Wisconsin can't be blamed for writer's block
February 16, 2007
I’m pretty sure it happens to everyone. Usually, I’ve been immune, but now I have writer’s block.
Last year I was a columnist while studying abroad, and topics would float across the keys as I told about things I was realizing and experiencing while I was traveling across Europe. It was easy. The hard part was deciding if I should write about watching U.S. Olympians take gold and silver medals while in Torino or my constantly ballooning self-confidence in traveling by train across the continent.
While I can’t deny the outrageous fun and culture experiencing a road trip across the state of Wisconsin can be when done with close friends, it’s just not the same as seeing the sunset over Florence or riding on a carousel next to the Eiffel Tower in Paris on Valentine’s Day was.
And while the Olive Garden is one of my favorite places to eat, everything will pale in comparison to Mamma Mia smiling her scattered-teeth smile while ringing the dinner bell indicating the authentic Italian pasta was ready at our hostel.
So what now? I’m home and back in River Falls working on my final scholastic semester, laboring at my part time job serving popcorn in a bowtie at a movie theater as well as here, at the Student Voice. Sound mundane to you, too?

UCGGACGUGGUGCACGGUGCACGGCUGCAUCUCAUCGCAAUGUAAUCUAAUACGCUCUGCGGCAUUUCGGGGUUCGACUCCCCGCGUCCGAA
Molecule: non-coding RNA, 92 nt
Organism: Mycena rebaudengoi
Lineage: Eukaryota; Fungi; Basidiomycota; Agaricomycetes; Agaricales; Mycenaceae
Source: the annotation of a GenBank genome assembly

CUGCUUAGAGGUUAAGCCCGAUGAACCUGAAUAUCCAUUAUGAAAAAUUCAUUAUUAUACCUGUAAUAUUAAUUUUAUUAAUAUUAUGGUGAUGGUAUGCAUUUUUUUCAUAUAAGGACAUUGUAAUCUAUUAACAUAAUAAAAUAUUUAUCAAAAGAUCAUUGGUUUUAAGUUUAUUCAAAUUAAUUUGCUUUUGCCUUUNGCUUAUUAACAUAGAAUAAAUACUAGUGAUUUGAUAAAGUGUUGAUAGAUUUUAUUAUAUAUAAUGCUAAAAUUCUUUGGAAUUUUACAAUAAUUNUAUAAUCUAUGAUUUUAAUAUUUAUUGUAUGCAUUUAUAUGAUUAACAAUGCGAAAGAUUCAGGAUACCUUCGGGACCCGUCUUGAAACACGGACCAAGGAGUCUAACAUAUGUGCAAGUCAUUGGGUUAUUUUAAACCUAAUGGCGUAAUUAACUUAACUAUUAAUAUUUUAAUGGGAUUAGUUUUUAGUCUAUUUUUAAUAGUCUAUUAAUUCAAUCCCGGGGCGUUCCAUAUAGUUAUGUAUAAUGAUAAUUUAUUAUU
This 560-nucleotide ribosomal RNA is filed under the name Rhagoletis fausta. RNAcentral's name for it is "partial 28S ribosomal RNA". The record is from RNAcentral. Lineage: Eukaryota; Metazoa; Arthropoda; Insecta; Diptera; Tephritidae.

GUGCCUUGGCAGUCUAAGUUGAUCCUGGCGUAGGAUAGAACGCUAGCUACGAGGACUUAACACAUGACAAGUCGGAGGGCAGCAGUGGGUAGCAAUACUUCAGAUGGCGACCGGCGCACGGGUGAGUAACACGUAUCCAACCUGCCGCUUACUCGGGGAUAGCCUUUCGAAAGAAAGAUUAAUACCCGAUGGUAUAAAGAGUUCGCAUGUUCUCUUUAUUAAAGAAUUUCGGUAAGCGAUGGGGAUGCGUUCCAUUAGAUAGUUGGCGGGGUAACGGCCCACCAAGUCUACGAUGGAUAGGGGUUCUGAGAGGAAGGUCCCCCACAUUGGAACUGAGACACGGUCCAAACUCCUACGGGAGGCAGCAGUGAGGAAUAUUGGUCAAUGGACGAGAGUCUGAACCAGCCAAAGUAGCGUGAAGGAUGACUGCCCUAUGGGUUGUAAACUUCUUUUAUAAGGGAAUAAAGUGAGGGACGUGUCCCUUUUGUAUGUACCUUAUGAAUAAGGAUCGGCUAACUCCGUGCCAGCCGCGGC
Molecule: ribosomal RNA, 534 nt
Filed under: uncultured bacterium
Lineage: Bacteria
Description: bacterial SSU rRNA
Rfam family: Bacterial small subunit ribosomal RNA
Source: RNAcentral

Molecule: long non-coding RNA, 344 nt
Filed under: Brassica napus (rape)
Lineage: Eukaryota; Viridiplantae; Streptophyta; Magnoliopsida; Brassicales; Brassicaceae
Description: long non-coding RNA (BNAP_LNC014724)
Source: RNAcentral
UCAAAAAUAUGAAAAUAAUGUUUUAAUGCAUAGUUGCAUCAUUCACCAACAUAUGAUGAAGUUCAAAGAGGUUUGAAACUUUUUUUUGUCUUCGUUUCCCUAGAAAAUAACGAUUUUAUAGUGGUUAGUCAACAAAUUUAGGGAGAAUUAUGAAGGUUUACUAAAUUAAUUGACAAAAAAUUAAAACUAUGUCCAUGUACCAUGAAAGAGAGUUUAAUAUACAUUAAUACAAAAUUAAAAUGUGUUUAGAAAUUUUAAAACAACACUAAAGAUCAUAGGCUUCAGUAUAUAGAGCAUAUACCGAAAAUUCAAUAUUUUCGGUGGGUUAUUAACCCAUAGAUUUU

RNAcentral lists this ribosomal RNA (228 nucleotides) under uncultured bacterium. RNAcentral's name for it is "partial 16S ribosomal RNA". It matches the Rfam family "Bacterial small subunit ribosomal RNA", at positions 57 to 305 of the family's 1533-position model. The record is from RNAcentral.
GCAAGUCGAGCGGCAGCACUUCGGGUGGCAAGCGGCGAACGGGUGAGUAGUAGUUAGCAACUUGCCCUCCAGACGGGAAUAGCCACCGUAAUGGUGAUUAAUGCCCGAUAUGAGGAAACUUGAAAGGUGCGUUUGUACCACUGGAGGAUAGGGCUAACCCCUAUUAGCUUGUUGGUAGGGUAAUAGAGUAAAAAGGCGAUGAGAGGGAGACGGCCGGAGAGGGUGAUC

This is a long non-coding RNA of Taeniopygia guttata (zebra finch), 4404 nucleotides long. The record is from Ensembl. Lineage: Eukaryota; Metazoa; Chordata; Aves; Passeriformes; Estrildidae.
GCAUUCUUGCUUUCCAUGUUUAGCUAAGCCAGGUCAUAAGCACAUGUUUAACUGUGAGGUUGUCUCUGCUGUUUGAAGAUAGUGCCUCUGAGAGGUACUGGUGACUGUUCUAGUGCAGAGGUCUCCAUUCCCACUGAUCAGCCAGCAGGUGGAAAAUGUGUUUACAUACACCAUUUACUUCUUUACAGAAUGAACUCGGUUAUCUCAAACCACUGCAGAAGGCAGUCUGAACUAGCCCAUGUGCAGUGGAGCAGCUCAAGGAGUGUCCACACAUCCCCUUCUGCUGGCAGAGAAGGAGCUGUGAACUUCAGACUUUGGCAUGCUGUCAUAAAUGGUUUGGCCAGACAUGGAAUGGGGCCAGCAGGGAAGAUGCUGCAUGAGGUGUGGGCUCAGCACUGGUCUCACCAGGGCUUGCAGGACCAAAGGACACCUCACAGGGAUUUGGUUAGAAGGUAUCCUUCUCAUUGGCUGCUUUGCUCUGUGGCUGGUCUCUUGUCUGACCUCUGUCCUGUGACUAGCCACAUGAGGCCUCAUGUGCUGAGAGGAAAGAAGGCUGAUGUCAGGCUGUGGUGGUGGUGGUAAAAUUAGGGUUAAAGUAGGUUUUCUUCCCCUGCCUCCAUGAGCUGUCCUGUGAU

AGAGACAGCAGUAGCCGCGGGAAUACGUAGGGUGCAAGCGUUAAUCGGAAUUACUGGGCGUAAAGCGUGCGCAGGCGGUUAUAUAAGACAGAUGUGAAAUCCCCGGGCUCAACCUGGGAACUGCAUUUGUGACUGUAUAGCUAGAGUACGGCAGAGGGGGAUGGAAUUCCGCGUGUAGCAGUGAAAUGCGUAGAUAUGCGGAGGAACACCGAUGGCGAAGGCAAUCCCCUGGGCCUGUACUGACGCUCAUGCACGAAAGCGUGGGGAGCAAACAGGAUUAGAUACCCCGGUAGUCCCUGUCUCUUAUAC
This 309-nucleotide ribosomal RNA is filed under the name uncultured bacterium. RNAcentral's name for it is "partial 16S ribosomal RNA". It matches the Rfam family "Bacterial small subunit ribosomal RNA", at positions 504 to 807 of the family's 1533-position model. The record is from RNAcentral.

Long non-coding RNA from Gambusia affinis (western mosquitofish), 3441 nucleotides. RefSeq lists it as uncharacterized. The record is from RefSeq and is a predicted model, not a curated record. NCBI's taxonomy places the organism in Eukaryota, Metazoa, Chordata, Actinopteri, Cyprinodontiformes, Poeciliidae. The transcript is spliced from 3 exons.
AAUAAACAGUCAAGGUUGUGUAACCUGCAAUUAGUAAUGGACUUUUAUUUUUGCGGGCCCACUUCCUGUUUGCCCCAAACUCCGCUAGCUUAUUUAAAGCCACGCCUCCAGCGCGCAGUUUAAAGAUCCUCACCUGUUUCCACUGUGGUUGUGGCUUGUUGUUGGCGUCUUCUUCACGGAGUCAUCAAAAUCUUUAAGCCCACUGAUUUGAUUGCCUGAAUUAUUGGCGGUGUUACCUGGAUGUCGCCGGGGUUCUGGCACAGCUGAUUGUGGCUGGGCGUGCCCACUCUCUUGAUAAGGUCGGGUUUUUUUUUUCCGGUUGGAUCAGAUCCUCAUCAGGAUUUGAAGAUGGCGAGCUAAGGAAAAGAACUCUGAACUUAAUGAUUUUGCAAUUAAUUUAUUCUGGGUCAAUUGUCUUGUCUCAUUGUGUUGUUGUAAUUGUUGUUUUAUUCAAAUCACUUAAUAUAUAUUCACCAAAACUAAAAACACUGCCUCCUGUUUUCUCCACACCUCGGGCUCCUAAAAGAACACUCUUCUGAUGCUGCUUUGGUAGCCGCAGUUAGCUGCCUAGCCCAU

But that shouldn’t be an excuse.
If Europe taught me anything, it was to notice what’s going on around me, take it and lock it in my memory bank. Bad things happen, sometimes life is boring or you have to make priorities. But so many times are good, life is only as fun as you want to make it and rewards come from priorities. Any situation is worth remembering. I’m glad I can appreciate my super smart friend’s ability to dance on a pole in a bar, or the way my other friend can use a wall screw and pliers to open a bottle of wine when her new house doesn’t contain a corkscrew.
Even if I’m not looking out a window seeing fields of grape vines and botching pronouncing Italian city names the train stops in, I can see the snow-covered corn fields and slaughter the pronunciation names of towns and villages Highway 24 runs through in Wisconsin.
If I can’t be in Amsterdam spending my morning “learning” about the brewing process of Heineken beer, Chippewa Falls isn’t far and the Leinenkugel’s brewery opens at 9:00 a.m.
The point I’m making is, I can’t blame the area for not providing me with inspiring writing topics; it’s my own fault for not initially recognizing or embracing them.
It’s not the same as anything I did or saw in any European country, but it doesn’t have to be, because it’s not. It’s home and that should be enough.
Three hundred pictures of my friends and I in one weekend or 300 in one day of the ancient Greek temples are all photographs and still frames in my mind.
Keighla Schmidt is a student at UW-River Falls.